Anyway, first he wants me to try another round of steroids, so I'm on the Medrol-pak. It's a tapering dose, and I took my first dose tonight. If that doesn't work, which the last one didn't but I'm remaining hopeful, then he said I can try another epidural injection. I already have an appt set up with the PM doc next Tuesday, so we'll see what happens. I'm still on the Neurontin, 300 mg three times a day, and he wants me to continue that. I asked what he thought about PT, but he said for where the disc is at, PT is not going to help. He wants to see me back on 9/27, and if the pain is no better by then, then we're going to talk about ANOTHER surgery.

    Needless to say, I'm extremely frustrated. I just started this new job, and I'm terrified of having to have another surgery because I don't want to lose this job. On the other hand, I cannot live with this pain. It is WORSE than the initial pain was prior to my surgery, and it is extremely debilitating. But again, the thought of another surgery scares me. The recovery from the first one was way more painful than I had anticipated, and I worry about this being the same. When he spoke with my husband and I while I was in the hospital right after my surgery, he said that if it came down to having surgery on this disc (I wasn't symptomatic at that time), he could try to do it posteriorly, but there was a chance he'd have to convert to an anterior approach. When he talked about surgery with my mother and I today, he said he could do it completely posteriorly. So if I end up needing the surgery, I'll definitely have to clarify that with him. In any case, it was hard enough going through ONE spine surgery, but to go through a second one in less than a year is absolutely sickening.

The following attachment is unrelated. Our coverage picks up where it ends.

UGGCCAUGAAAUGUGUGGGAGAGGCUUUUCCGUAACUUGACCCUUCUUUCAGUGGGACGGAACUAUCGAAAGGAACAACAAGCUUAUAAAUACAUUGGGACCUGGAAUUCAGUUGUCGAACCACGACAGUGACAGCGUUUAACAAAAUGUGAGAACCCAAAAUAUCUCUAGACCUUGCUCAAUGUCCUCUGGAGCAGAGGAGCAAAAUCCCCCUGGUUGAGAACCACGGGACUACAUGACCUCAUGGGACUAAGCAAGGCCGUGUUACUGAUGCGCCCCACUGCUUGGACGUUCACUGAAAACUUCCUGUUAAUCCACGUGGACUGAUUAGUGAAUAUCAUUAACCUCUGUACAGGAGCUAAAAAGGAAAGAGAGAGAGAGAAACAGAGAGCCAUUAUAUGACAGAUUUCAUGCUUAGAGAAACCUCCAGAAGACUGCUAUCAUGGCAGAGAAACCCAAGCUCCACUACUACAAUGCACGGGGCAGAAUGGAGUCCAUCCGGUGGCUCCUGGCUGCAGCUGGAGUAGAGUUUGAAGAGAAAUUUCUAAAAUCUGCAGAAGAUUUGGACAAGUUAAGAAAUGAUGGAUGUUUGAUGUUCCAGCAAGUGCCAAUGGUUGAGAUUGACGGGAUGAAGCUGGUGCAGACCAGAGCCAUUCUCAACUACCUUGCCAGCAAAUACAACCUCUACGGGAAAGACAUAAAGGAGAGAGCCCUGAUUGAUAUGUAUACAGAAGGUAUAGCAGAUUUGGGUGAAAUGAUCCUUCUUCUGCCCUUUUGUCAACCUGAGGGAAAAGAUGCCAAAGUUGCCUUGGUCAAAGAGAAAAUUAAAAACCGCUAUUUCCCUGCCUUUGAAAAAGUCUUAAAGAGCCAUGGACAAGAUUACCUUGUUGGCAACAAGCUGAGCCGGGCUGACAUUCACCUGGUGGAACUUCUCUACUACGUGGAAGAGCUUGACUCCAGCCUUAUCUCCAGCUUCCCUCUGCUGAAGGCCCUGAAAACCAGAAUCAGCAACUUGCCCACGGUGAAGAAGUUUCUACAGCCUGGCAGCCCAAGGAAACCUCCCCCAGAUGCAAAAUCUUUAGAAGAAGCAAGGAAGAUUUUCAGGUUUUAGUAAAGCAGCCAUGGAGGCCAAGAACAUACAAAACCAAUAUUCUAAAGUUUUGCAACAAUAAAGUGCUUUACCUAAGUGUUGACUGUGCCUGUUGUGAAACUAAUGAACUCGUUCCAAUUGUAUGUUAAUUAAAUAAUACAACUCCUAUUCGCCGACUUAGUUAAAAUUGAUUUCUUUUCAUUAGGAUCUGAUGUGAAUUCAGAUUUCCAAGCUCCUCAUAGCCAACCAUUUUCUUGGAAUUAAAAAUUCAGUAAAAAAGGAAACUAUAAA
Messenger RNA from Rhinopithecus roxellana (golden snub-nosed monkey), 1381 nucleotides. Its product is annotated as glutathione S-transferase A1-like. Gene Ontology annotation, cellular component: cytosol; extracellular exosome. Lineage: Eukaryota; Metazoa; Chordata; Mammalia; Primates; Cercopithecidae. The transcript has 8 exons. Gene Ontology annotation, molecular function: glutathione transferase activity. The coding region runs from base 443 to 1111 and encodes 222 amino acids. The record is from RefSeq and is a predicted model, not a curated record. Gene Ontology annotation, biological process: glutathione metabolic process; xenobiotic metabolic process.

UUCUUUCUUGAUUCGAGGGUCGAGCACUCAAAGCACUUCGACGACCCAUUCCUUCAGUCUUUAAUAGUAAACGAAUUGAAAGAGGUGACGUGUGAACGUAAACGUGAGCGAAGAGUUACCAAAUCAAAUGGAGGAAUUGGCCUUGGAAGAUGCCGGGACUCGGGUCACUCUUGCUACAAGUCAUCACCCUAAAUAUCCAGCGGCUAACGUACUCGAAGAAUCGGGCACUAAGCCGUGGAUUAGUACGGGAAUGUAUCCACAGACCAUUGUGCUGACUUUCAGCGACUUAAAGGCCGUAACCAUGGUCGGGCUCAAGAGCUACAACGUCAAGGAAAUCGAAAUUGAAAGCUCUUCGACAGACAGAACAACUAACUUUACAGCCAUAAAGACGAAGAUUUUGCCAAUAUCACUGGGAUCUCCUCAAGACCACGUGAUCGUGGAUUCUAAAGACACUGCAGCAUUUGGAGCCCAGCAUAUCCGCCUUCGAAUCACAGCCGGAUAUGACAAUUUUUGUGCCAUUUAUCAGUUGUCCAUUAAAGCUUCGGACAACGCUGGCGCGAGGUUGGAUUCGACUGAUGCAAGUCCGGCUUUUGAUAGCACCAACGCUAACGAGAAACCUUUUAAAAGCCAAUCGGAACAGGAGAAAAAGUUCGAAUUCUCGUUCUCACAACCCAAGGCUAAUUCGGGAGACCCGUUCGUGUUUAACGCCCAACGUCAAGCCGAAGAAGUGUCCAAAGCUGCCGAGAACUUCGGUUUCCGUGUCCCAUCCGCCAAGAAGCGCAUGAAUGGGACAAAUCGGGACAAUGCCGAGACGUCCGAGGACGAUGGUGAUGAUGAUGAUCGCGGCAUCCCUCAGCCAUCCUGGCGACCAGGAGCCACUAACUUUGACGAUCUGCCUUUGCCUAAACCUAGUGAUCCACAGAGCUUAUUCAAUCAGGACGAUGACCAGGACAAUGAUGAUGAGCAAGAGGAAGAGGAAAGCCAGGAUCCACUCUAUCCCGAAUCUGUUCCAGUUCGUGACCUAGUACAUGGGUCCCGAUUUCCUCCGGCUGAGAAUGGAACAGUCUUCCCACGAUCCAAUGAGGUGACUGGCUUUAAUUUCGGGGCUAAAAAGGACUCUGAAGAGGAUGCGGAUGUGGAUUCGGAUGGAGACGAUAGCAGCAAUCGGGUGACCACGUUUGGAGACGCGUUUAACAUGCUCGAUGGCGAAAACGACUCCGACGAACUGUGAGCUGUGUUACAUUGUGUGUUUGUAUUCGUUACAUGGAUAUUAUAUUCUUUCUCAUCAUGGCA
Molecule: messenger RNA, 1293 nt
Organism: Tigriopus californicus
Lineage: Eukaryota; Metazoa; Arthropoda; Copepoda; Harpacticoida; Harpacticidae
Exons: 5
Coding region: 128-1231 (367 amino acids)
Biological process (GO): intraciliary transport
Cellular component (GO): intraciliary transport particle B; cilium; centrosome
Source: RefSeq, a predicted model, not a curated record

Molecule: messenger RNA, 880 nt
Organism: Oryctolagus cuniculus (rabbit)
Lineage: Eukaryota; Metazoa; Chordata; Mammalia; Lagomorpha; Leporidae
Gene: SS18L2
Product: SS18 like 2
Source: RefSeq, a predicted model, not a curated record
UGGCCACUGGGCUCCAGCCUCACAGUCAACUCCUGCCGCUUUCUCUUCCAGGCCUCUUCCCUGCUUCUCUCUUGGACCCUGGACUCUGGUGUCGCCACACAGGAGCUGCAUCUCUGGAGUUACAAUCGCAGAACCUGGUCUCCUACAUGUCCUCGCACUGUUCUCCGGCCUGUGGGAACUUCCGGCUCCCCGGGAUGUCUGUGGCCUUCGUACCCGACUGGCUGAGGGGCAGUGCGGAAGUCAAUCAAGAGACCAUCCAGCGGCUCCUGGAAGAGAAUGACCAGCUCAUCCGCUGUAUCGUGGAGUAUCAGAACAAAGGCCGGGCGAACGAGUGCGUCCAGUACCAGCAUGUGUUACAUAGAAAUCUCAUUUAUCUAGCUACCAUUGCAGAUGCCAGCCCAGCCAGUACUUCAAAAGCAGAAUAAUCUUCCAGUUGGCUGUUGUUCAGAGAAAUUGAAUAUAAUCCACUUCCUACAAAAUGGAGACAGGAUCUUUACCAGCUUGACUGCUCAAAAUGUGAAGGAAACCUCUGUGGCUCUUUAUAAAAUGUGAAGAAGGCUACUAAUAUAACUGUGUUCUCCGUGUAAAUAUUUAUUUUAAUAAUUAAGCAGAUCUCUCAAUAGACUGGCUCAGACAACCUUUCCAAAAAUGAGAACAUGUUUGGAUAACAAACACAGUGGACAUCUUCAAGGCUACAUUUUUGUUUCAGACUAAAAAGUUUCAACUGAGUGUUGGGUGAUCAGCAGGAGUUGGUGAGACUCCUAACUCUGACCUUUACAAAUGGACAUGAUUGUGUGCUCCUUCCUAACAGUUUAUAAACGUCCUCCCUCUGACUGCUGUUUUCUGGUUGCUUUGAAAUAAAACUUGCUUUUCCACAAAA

Fingers crossed that the steroids or ESI works. We also still have wiggle room on the neurontin, which he said can take about 2 weeks to take effect. I've been on it for a little over a week now, so maybe I can talk to them about increasing the dosage if it doesn't seem to be helping. All I know is that I need SOME kind of relief. And since I've been back to work, I haven't been taking my pain meds, so I'm basically in horrific pain all day. I wake up in the morning feeling okay, but once I'm up and about, the pain quickly intensifies. I'm ready to feel "normal" again. ::sigh::